Color of Publishing 3, perspectives from the United Kingdom
47:52In the third episode of Color of Publishing, we focus on publishing perspectives from the United Kingdom with two prolific editors and writers, Margaret Busby and Ellah P. Wakatama. Host Bhakti Shringarpure engages the two experts in a wide-ranging conversation about the history of publishing in the UK, questions of diversity and representation, book acquisitions, taste and culture-making, and structural racism. Busby and Wakatama have been witness to the long arc of how publishing has evolved and they speak about the transformations they have witnessed in the business over the years but they also recall the times when diversity was almost non-existent. They are keen to celebrate the successes and the changes taking place in UK publishing as there are more opportunities now for Black, Asian and international writers. However, even as prizes, festivals and book advances grow, they worry whether the shift can be sustained. Busby and Wakatama also acknowledge the importance of camaraderie and shared mission between each other as Black women in publishing over the years .Margaret Busby is a Ghanaian born writer, editor and broadcaster. She was Britain's youngest and first black female book publisher when she co-founded the publishing house Allison and Busby in the 1960s. She has edited the Daughters of Africa anthology and the second New Daughters of Africa anthology. She was awarded the London Book Fair Lifetime Achievement award in 2021 and the CBE, and she is a member of The Royal Society of Literature. She was appointed the president of English PEN in 2023.Ellah P. Wakatama was born in Zimbabwe, educated in the US and has been a London-based writer and editor for the past many years. She is editor-at-large at Canongate Books and chair of the Caine Prize for African Writing. She has edited several anthologies and has contributed to several of them as well. She was given an OBE for services to the publishing industry in 2011, and New African Magazine also named her one of “100 Most Influential Africans” in 2016.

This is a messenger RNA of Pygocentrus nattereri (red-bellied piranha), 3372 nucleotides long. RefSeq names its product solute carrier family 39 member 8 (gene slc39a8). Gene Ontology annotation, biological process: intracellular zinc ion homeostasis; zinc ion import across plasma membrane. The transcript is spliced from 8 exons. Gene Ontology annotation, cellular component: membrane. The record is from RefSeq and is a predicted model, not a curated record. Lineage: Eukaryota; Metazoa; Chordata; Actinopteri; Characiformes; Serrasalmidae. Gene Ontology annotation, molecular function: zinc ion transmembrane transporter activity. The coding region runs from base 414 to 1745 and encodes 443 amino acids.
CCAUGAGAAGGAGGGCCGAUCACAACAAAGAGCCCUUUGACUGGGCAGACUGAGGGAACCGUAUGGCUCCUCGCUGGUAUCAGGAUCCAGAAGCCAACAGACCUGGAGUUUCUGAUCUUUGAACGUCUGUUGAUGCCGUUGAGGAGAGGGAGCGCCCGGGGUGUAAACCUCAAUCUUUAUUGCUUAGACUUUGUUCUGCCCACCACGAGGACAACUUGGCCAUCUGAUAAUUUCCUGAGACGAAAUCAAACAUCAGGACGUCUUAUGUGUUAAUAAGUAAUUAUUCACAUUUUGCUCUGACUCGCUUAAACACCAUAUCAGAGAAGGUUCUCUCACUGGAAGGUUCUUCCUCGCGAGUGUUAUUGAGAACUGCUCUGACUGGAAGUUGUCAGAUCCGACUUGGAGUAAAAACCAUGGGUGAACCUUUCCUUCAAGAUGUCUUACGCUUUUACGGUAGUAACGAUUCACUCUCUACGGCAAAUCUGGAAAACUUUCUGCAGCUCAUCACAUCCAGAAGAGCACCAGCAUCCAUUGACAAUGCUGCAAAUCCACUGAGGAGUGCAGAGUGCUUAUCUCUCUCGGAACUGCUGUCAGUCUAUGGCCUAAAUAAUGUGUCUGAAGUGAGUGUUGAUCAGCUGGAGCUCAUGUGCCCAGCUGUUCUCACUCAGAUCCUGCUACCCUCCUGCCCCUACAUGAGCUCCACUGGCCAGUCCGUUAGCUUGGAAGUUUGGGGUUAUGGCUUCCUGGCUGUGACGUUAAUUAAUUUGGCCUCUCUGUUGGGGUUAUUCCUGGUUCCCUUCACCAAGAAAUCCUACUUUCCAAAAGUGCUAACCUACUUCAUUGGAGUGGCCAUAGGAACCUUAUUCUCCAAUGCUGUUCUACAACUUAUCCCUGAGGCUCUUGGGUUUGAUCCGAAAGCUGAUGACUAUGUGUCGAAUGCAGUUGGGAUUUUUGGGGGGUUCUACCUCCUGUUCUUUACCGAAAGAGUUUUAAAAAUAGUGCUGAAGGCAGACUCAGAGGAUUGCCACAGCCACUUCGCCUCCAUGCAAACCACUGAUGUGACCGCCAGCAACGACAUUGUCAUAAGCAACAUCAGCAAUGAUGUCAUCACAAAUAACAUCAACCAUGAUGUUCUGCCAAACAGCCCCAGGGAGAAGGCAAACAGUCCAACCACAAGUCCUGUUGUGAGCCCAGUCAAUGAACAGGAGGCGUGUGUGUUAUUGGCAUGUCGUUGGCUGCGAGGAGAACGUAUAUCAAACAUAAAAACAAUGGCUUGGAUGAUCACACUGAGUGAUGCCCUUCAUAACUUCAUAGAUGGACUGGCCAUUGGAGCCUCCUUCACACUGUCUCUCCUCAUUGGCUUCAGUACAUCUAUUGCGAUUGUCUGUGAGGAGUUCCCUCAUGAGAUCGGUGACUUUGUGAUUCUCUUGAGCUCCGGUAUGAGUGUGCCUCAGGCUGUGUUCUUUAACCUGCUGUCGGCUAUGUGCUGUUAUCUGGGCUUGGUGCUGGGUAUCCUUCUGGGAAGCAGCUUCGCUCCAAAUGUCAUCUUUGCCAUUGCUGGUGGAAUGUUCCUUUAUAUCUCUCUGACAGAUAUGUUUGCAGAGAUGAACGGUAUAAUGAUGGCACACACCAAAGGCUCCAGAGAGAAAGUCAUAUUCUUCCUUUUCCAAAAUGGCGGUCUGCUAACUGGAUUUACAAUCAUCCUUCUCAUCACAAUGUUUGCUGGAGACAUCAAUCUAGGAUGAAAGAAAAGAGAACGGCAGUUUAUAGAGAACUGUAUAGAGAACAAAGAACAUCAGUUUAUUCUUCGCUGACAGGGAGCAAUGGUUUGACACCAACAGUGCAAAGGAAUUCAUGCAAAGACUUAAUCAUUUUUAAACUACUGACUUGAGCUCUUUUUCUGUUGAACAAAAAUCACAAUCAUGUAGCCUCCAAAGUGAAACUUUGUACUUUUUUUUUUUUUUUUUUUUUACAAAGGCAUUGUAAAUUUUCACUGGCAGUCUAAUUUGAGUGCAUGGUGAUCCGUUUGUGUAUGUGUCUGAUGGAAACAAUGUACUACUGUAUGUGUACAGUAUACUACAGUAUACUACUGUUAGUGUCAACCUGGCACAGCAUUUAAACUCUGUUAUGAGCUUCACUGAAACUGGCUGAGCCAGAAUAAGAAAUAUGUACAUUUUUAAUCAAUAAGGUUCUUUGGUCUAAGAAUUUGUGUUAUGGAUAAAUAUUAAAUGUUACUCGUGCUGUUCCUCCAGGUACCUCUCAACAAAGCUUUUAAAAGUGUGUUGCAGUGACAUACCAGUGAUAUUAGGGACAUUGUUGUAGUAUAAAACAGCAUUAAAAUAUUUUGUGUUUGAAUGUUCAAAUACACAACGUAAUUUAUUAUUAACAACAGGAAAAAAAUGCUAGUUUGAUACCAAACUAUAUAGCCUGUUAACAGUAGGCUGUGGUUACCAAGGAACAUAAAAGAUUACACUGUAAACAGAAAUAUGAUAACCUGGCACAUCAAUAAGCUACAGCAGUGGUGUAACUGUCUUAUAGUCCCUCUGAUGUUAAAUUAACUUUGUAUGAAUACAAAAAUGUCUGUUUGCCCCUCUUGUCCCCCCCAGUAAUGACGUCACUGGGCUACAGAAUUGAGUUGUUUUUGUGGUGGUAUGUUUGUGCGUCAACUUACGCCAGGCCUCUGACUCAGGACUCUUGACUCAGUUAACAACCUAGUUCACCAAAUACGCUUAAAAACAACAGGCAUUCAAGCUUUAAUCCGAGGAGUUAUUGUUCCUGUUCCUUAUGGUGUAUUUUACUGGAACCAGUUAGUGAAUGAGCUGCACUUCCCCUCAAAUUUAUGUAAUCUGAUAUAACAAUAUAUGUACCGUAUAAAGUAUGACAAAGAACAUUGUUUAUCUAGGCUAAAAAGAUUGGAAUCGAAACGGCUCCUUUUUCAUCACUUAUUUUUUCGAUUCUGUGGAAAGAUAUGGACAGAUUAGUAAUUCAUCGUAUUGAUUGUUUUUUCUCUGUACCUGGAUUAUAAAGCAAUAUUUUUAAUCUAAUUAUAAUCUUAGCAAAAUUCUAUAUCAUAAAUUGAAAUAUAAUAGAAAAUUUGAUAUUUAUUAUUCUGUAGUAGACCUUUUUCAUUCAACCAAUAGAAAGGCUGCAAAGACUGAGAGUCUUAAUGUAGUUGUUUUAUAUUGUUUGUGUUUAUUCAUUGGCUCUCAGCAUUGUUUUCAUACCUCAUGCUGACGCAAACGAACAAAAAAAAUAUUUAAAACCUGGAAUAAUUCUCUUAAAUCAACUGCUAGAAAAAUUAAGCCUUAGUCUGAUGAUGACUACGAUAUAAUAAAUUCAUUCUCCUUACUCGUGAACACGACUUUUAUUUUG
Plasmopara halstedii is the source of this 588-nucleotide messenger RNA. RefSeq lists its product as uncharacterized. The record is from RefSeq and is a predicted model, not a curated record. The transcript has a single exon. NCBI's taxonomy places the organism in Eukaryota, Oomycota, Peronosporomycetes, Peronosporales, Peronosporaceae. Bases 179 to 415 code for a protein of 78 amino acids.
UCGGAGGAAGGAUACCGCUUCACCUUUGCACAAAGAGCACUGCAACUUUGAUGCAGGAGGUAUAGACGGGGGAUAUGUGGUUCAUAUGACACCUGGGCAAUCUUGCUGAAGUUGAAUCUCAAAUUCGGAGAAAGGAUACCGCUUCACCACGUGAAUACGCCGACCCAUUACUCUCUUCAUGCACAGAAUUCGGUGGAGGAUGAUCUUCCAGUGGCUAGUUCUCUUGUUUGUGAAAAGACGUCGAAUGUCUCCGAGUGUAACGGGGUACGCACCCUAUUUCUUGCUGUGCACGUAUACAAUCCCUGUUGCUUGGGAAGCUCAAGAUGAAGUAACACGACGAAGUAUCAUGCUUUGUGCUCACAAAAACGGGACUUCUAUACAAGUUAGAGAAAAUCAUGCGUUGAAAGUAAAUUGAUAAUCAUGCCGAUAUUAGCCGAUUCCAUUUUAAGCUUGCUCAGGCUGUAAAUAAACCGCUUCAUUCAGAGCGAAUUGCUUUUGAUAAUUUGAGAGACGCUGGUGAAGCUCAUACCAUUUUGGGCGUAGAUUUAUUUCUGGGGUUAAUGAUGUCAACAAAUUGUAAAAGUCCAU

Color of Publishing 2, perspectives from the United States